Some days I feel more like a ghost
than a human being: soft, untethered. Words
I do not say curdle beneath my tongue. Silence:
a comfortable home; body, less so. Hair collects
in the bathtub drain, a piece of me that won’t stop
growing. America is a land without ghosts so everything
stings of wet paint, alcohol. I wander convenience
stores past midnight. Scrub dishes as soon as I
dirty them. Save my wisdom teeth, mined from fleshy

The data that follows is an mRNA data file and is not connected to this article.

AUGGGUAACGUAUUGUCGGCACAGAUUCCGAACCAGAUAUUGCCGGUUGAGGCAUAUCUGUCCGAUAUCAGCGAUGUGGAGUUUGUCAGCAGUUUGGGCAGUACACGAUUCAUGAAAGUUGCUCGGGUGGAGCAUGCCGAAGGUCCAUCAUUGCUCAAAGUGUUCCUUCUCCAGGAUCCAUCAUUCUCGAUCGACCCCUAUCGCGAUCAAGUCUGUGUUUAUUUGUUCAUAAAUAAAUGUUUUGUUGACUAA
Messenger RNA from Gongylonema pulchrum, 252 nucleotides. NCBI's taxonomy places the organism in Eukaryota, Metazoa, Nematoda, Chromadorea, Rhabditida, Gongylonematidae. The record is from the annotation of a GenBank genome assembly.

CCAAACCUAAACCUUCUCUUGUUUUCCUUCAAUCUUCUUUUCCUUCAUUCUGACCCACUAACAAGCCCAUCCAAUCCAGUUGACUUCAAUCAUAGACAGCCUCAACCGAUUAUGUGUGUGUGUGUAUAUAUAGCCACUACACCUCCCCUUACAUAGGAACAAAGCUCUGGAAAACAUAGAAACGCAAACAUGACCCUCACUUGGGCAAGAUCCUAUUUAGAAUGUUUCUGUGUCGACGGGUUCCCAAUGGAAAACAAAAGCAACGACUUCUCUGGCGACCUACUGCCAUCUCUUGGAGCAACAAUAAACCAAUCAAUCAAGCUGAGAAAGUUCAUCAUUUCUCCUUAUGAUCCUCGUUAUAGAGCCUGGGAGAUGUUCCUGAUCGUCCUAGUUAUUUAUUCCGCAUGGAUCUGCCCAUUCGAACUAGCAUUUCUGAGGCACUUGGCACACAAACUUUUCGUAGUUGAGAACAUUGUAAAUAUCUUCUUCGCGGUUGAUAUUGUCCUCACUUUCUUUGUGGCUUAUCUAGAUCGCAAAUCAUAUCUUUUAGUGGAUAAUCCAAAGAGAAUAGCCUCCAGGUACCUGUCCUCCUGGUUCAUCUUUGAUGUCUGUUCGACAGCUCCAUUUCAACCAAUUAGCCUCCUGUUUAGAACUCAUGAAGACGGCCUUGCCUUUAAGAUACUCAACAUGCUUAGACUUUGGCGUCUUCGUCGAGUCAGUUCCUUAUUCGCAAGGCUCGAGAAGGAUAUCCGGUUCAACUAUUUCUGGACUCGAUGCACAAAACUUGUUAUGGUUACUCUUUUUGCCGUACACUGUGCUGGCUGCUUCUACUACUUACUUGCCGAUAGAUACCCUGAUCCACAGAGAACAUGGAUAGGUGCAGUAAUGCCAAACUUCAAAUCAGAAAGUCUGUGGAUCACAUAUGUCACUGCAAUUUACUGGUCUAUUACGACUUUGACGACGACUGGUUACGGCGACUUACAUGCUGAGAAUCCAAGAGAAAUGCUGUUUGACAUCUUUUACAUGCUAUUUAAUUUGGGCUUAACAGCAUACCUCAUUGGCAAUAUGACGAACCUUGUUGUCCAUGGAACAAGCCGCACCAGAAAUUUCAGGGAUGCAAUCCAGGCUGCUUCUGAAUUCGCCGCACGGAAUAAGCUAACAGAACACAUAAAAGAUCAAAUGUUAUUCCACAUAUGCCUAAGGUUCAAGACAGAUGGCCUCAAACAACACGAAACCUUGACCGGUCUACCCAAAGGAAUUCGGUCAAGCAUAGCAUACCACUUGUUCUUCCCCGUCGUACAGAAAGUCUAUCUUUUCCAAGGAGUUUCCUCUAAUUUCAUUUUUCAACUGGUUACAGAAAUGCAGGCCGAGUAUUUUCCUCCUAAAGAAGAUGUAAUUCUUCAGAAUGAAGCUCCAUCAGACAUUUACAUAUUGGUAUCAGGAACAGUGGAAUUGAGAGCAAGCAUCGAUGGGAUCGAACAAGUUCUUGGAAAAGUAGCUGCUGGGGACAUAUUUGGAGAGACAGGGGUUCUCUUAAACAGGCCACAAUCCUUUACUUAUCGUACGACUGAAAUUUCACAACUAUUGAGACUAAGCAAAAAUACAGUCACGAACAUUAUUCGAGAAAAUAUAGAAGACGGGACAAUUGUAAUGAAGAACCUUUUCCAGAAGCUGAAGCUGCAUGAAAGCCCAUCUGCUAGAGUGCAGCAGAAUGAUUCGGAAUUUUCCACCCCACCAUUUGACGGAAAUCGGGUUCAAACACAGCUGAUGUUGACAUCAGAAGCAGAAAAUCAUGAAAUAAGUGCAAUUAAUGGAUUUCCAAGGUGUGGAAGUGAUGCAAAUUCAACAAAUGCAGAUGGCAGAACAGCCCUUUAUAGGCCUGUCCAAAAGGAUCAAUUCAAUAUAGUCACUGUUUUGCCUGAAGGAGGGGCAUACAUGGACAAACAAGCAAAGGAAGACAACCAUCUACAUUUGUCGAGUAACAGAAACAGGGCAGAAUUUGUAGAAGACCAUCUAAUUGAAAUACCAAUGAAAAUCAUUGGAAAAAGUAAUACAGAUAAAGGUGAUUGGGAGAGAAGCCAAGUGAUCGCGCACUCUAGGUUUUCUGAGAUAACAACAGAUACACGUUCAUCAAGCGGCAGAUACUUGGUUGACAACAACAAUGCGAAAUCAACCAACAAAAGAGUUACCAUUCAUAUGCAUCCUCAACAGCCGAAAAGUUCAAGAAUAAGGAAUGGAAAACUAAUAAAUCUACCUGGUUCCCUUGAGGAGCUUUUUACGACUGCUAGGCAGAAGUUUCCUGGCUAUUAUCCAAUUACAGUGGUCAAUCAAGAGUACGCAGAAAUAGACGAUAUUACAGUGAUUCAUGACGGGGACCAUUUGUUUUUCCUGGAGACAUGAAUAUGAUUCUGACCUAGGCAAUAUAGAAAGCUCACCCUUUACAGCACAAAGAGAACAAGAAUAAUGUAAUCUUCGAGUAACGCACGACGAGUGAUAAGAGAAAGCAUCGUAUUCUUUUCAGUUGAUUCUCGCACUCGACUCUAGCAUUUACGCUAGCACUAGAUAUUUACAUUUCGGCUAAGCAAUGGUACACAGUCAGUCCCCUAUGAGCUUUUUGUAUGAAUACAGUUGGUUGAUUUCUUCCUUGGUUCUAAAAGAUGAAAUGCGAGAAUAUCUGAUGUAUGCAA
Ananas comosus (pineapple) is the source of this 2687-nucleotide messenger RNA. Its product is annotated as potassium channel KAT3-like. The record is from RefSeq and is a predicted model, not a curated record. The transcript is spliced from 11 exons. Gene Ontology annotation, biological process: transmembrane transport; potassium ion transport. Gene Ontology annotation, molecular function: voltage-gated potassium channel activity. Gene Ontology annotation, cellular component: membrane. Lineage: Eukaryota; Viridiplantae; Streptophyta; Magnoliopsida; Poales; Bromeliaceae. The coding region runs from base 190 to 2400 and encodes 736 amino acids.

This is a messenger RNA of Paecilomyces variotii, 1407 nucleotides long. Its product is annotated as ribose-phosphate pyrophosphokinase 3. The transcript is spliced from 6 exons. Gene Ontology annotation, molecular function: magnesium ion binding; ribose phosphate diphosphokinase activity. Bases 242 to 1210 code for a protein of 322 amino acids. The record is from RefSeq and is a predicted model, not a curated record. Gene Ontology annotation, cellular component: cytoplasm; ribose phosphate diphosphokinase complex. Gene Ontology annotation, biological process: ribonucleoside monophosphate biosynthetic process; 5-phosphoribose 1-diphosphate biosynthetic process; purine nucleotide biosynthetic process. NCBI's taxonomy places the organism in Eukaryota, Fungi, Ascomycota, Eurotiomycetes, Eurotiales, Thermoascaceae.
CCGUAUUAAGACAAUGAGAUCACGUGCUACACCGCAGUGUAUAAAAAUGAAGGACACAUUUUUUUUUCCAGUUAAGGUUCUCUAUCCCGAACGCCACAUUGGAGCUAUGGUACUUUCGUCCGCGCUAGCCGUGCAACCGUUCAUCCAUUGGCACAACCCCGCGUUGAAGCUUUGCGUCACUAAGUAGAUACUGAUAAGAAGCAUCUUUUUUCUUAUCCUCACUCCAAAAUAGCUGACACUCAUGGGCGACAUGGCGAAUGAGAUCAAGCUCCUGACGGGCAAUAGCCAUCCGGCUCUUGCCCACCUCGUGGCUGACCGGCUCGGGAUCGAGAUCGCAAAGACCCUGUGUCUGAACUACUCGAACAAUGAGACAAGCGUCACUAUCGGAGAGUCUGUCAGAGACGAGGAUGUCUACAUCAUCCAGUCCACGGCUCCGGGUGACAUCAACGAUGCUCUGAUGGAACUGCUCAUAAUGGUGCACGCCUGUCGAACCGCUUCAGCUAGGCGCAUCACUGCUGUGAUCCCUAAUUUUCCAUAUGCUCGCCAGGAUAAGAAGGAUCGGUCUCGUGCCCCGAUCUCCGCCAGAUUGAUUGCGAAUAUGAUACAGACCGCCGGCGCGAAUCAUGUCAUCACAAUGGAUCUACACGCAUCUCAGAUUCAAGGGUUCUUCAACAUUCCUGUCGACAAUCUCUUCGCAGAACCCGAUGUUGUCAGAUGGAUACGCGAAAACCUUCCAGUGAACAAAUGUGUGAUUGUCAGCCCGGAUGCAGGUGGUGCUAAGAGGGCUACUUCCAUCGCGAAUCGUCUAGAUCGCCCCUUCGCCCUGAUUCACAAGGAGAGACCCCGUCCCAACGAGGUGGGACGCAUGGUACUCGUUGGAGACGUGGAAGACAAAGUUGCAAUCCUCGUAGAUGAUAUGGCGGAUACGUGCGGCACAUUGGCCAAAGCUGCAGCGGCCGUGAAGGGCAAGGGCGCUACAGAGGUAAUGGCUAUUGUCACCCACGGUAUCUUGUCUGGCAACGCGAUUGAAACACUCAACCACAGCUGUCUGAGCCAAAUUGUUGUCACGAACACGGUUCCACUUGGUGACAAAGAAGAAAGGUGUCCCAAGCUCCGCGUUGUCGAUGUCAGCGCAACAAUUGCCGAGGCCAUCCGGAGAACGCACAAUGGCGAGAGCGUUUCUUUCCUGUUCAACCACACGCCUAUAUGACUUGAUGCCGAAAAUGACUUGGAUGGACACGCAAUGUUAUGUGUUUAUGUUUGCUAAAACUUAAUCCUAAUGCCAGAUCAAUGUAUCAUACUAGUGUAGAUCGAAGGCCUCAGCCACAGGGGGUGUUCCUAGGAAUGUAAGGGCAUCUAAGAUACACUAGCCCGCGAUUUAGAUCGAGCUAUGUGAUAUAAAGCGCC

gums, wake unfluid and sticky-eyed. Each day round
and crisp as a cold apple. Beside my limbs, late nights,
I lie and look at the moon. An eyelash. Its light
slats in between the blinds, silver, wet, identical.
* “America is a land without ghosts.” —Fei Xiaotong, Chinese sociologist, 1944
Oriana Tang grew up in New Jersey. Her work appears in PANK, The Sierra Nevada Review, Winter Tangerine Review, Killing the Angel, and The Adroit Journal, where she is currently a prose reader. She is a sophomore at Yale University.